Ships that normally pass through the canal would take longer to arrive in U.S. ports because vessels would have to round Africa. Such a disruption could add a week or more to shipping times, and would likely lead to higher prices for goods and fuel destined for American consumers, experts say.
"Virtually everyone in Egypt understands the importance of the canal, and no one on … any side has expressed any interest in endangering what is one of Egypt's main revenue sources," said Paul Page, editorial director for The Journal of Commerce.
"The problem becomes, if this goes on and it does blow up more, if there is some real threat to the Suez, you'll see simply higher supply-chain costs, because the Suez Canal is such an important transit point for the supply chain worldwide," Page said.
Managers at Baltimore-based customs brokers Samuel Shapiro & Co. have been working to get the most up-to-date information on the constantly changing conditions at Egypt's ports, providing updates to customers — U.S. businesses that export or import — and, if necessary, arranging to reroute shipments.
"Basically, there's really only one main port operating, Port Said, and that's limited in operations," said Matt Kobussen, transportation manager for Shapiro. "The vessels that are loaded with containers pull up and off-load but that's it."
He said most customers who are trying to arrange shipments are facing difficulties booking carriers. "Most carriers now that are going to Egypt have stopped accepting new business, no new freight, because they're not sure what's going to happen," Kobussen said.
Christine Malloy, a transportation service coordinator for Shapiro who handles shipments into and out of U.S. ports, including Baltimore's, said shipping schedules have become even more complicated because of curfews imposed by Egypt's government. Workers are "only allowed to work so many hours a day, and some are not coming to work," she said.
Shipping has been delayed by two to three weeks, and that time grows with each day the unrest continues. One of the last import shipments the company handled from Egypt had to be rerouted through Italy, Malloy said.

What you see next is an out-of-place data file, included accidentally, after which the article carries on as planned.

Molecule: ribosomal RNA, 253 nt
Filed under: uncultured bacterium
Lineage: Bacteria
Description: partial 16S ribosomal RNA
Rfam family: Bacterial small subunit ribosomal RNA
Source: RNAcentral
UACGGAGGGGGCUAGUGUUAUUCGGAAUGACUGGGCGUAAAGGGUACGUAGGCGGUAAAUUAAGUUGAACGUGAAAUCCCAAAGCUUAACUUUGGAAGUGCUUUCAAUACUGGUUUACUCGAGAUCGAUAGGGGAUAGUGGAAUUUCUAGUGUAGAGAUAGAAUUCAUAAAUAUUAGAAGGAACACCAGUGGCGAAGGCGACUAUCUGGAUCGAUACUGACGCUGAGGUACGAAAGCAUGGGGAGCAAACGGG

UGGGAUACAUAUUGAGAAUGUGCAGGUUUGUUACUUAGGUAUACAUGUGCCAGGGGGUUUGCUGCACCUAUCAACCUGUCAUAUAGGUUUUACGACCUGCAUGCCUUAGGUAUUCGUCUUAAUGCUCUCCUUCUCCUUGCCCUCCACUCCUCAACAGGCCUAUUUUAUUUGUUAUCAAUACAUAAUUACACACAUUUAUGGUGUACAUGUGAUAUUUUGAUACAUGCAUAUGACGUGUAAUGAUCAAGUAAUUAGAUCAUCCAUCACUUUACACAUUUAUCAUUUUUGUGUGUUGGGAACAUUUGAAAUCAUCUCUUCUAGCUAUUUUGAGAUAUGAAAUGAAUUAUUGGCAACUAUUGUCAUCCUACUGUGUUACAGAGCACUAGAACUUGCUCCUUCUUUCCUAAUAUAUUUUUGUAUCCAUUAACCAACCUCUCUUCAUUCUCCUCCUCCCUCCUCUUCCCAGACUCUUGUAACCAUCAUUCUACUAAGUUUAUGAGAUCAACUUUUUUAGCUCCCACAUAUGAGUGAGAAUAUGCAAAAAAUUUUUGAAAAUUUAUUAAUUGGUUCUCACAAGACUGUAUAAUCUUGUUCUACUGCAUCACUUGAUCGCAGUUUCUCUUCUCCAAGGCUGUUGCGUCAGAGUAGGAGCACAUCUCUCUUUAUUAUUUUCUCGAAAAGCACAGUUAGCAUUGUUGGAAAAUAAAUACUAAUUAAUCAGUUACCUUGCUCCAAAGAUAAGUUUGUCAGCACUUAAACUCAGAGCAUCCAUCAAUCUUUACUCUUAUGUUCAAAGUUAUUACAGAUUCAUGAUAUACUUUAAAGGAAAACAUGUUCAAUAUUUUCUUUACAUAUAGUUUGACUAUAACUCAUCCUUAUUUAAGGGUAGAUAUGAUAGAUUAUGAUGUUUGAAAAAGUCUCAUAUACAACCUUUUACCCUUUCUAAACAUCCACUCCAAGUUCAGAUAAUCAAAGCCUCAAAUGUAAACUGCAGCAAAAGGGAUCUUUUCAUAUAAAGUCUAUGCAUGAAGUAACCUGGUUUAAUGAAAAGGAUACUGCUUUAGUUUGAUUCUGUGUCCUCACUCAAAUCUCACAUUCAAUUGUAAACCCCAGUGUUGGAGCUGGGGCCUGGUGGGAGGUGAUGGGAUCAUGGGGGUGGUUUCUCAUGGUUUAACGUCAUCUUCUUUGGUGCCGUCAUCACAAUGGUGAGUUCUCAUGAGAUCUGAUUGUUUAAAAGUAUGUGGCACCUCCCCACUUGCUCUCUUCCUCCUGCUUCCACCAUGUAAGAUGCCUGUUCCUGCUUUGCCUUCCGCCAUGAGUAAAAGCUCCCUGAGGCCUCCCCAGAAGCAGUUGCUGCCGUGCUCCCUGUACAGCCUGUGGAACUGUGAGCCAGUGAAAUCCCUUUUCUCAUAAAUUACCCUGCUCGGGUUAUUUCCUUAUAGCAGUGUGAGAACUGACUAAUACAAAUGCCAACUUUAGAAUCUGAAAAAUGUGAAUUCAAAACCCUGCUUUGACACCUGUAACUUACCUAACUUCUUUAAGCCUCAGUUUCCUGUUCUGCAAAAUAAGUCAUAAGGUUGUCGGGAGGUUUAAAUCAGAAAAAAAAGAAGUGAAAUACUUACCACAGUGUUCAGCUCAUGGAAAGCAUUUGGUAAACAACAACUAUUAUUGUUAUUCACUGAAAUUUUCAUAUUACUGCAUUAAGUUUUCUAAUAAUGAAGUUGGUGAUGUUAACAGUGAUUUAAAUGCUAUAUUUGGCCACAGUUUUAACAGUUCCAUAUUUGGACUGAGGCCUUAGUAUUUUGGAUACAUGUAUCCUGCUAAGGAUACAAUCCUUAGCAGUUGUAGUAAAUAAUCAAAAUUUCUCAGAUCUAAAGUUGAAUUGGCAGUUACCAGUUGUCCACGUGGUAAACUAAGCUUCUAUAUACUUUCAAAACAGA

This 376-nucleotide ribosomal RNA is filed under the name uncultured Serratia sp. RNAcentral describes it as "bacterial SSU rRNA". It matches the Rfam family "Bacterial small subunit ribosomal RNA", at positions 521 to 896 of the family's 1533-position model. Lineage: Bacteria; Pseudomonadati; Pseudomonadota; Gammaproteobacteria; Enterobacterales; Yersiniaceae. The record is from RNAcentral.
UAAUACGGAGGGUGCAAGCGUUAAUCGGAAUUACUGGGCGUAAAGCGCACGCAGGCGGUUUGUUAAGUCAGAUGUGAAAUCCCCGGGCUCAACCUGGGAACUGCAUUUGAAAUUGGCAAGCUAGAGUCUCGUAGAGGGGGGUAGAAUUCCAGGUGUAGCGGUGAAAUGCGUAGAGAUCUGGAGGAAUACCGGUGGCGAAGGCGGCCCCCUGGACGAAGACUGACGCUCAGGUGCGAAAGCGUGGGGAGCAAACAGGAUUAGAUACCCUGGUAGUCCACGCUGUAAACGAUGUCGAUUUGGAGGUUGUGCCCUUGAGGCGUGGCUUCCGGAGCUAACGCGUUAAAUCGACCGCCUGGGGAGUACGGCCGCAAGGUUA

Bob Walker, assistant secretary of the Maryland Department of Business and Economic Development, said Maryland became a principal exit point for goods headed to Egypt in part because of the port of Baltimore's location.
As the most inland port along the East Coast, it enables shippers to get deeper into the United States for shipments headed west and allows exporters to more quickly get their products off expensive trucks or trains and onto ships. Baltimore's port is particularly popular with companies handling roll-on/roll-off cargo, which is typically construction, farm or military equipment or vehicles.
Exports from Maryland to Egypt, through the port and elsewhere, peaked in 2006 at $800 million before starting to decline. Last year, from January to November, exports were down by about half from the peak four years earlier, according to the U.S. Department of Commerce. Canada, the Netherlands and China were the state's top three export destinations last year, according to the Maryland Department of Business and Economic Development.
"We saw a drop in exports after the economic crisis took hold," Walker said. "Nevertheless, it remains a significant export destination."
But James J. White, executive director of the Maryland Port Administration, said the port's share of trade with Egypt has grown as the world economy has improved in the past year. Tonnage shipped through the port — both exports and imports — to Egypt rose from 170,000 tons in 2008 to about 400,000 tons from January through November last year, he said.
"It is a business that's growing for us," White said.
White said the major imports from Egypt in the past year include liquefied natural gas used at Cove Point, coke used to produce steel, and road salt. On the export side, automobiles and roll-on/roll-off cargo represented 18,000 tons worth of the cargo through November.
White said he hopes that trade will continue uninterrupted because of the importance of the Suez Canal to Egypt's — and the world's — economy.
"It's very concerning what's happening over there," he said. "The way the world economy is today, I don't think anyone wants to put at risk any revenue source they have."